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Blue House Farm nature reserve

This 600 acre farm is situated on the north bank of the River Crouch. It has been managed by Essex Wildlife Trust since 1998.


The Flat Fields have been grassland for the last 100 years and are used as a feeding ground for Brent Geese. Around 2,000 geese come to the area during the winter. Around 2,000 geese come to the area during the winter.

'Autumn' in the webcam nest

Monday 7th November 2016

Barn Owl by Neil HigginsonBarn Owl by Neil Higginson

Our live Barn Owl webcam from our Blue House Farm nature reserve (North Fambridge) is back, for the fifth year in a row - and this year, for the first time, we have had a second brood in the nest.

The footage has been riveting and, at times, brutal, providing a fascinating insight into the natural world, via life inside a nest box late in the year.

Five chicks hatched, from an original batch of seven eggs (two eggs were temporarily discarded, so we only expected a maximum of five chicks). The youngest two chicks, sadly, soon died in the nest, leaving three chicks.

In early October the middle chick died and the smaller of the two remaining also perished (of starvation), leaving just one chick.

We are pleased to say that this lone chick has flourished and now (the first week of November) it is expected to fledge the nest very soon. When it was ringed by us and British Trust for Ornithology in late October, the chick was identifed as female and she has been named 'Autumn' by the loyal band of people who avidly follow the footage. 

Earlier in the summer, two chicks successfully fledged from the same nest - the female had laid four eggs but two were discarded.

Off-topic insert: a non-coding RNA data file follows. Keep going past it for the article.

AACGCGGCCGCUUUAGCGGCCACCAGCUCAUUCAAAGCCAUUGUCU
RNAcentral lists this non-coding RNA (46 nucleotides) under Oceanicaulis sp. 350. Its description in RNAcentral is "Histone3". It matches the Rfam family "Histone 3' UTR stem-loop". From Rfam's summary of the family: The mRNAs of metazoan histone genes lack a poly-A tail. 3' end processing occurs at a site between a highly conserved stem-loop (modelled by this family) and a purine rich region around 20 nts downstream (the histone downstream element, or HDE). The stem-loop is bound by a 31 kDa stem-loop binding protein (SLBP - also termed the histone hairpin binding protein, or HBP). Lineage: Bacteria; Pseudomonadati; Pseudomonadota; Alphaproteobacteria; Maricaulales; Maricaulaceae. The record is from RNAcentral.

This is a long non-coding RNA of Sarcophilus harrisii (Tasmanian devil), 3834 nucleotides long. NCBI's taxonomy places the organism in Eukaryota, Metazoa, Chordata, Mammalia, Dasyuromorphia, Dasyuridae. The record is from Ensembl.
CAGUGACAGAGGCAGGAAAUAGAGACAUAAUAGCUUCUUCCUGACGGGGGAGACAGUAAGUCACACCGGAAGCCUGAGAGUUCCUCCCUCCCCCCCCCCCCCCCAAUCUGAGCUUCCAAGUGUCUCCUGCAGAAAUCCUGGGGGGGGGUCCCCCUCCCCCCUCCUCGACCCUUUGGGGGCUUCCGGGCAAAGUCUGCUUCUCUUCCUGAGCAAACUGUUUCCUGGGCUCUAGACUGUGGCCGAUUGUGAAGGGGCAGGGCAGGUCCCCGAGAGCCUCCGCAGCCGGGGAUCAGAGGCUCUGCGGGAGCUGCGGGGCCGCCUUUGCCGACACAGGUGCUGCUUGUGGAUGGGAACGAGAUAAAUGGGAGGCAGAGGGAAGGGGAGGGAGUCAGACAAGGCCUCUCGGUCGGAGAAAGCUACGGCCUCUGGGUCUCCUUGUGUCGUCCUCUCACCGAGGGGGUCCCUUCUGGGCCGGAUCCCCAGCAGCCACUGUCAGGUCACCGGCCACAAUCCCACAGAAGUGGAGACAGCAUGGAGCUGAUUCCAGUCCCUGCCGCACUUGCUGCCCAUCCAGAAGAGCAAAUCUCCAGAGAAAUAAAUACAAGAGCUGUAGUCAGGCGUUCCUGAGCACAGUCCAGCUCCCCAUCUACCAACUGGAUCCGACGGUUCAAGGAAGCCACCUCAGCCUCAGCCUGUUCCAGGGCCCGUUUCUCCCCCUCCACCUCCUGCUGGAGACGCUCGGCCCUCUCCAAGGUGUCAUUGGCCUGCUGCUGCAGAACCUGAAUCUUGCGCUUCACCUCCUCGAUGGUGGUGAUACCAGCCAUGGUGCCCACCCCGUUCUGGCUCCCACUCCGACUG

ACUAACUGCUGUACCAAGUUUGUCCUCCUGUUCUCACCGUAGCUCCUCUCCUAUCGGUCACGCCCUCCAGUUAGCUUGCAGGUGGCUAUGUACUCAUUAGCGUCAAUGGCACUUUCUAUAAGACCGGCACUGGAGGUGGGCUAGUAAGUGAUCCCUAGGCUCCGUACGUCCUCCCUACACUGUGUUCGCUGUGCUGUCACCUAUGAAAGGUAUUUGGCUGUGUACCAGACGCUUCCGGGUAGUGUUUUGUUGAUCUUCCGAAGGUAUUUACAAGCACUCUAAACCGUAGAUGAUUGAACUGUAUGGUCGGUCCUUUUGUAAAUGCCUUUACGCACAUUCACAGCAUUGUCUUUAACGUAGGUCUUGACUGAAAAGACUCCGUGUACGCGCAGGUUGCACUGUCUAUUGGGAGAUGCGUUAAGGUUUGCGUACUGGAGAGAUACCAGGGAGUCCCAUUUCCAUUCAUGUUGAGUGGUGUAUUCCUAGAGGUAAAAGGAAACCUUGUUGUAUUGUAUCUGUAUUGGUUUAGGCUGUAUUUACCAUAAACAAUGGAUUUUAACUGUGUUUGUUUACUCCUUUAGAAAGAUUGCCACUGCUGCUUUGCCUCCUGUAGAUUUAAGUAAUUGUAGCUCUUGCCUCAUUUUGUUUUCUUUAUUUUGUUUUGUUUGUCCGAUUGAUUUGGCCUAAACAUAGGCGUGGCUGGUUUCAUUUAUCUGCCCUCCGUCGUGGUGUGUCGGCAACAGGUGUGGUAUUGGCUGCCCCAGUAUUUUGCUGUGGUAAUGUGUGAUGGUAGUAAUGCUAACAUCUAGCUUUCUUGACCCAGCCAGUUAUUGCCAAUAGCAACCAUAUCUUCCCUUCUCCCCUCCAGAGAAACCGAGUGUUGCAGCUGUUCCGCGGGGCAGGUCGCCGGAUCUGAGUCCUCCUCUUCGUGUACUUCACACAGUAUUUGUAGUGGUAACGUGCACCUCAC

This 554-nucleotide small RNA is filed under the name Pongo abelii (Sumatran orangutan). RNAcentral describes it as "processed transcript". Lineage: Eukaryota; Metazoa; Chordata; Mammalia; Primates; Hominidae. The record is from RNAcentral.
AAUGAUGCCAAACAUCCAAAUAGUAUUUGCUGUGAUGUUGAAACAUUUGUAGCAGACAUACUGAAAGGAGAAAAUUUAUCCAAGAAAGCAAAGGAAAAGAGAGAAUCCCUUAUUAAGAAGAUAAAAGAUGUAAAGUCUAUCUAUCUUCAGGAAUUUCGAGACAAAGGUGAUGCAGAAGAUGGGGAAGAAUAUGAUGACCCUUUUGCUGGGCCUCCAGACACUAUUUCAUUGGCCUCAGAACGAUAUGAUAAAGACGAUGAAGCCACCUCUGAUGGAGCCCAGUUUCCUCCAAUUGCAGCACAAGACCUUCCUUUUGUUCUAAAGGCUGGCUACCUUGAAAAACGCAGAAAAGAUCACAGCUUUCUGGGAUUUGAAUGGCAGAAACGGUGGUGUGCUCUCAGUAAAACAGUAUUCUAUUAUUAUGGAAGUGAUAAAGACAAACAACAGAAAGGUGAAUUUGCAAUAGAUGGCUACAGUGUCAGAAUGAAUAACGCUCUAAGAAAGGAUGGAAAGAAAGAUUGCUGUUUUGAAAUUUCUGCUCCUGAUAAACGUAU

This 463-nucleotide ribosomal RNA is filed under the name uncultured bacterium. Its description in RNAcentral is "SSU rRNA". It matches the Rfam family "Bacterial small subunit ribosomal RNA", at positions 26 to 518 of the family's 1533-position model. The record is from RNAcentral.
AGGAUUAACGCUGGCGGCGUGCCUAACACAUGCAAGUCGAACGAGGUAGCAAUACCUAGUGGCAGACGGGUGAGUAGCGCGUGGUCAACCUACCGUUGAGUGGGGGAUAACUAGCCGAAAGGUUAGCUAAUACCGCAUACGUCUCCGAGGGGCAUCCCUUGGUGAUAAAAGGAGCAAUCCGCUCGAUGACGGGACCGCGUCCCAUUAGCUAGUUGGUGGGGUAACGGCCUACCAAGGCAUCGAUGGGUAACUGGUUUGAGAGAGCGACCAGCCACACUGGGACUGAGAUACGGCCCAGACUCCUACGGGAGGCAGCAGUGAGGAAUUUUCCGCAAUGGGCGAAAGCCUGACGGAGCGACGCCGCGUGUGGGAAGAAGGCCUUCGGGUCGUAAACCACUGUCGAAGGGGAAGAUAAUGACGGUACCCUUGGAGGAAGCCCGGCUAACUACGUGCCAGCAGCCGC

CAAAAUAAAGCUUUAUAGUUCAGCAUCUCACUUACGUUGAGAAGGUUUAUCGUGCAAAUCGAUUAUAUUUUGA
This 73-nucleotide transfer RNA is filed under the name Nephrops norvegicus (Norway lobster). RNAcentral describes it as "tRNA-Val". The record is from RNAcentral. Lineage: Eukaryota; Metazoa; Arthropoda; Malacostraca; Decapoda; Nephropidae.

It is certainly not unheard of for Barn Owls to have a second brood in a year - an estimated 1 in 10 pairs do and, in some years, the percentage is higher. Successful fledging of any chicks in a second brood does, however, depend on there being a good supply of voles across September and October - and predominantly dry, calm and warm weather to help the adults hunt. 

It is important to remember that these are wild birds; we are not allowed to interfere with breeding Barn Owls or their nest. Thank you to all our loyal 'Barny Army' viewers who watch the footage so closely and keep everyone up-to-date with the very latest happening in the nest, via our Facebook page.

Thanks to Neil Higginson for the fantastic image of a Barn Owl in flight, taken in 2015 at Blue House Farm.

Keep up-to-date with all the Barn Owl news by visiting our Facebook page

Please note that this is live, unedited footage of Barn Owls; at times, it is possible that there may be disturbing images of the natural world.


Thanks to Wildlife Gadgetman for his technical expertise.

If you are having problems viewing our Barn Owl webcam try downloading the latest version of Adobe Flash: Click on download and follow the on screen instructions.